Sterling steadied close to a one-week low on Wednesday, as a survey of Britain's services businesses added to a string of weak-looking data that could deter the Bank of England from raising interest rates for the first time in 10 years.
A number of central bank policymakers, including Governor Mark Carney, have spoken in favor of soon reversing last year's interest rate cut, which followed Britain's vote to leave the European Union.
The hawkish remarks have helped the pound to reverse the 2 percent drop against the dollar that came after a snap election on June 8 left no party with a clear majority.
But readings of Britain's economy as it negotiates its exit from the EU could bolster arguments against raising rates too soon, even though inflation is well above the Bank's 2 percent target.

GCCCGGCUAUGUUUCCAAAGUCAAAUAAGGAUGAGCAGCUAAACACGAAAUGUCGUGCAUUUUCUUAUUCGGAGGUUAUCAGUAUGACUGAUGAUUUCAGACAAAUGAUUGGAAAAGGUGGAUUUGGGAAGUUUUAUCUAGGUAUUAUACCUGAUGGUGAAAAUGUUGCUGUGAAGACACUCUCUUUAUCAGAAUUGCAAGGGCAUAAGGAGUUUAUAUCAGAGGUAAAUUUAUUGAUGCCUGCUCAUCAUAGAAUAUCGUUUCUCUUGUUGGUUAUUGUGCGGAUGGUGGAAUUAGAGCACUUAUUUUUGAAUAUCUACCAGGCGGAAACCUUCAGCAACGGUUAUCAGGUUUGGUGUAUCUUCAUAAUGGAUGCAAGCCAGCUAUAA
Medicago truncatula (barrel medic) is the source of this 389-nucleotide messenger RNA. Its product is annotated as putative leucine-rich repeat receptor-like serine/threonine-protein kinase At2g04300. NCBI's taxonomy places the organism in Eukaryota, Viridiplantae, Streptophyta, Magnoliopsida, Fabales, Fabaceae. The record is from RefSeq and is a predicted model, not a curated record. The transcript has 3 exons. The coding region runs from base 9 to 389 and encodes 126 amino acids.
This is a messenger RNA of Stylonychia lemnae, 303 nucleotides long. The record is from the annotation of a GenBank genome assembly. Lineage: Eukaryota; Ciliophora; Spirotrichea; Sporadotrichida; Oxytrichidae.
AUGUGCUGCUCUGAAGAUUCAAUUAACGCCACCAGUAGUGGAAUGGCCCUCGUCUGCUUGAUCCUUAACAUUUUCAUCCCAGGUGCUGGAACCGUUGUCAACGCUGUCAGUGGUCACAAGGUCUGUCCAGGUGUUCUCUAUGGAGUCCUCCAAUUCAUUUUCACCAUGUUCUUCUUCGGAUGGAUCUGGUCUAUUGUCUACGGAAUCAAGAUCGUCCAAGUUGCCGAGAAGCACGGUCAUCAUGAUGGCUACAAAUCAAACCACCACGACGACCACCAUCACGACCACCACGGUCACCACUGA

Sterling has lost around 14 percent against the dollar and 13 percent against the euro since Britain voted to quit the EU last June, though it has recovered some ground since hitting 31-year lows last October.
Data on Wednesday showed growth across British services companies fell to a four-month low in June, with companies at their least optimistic in nearly a year.
Sterling extended a dip below $1.29 after the data was released, falling as much as 0.3 percent lower to a one-week low of $1.2894 before recovering a touch to trade flat on the day at $1.2929.
Against a weaker euro, it edged up 0.2 percent to 87.67 pence.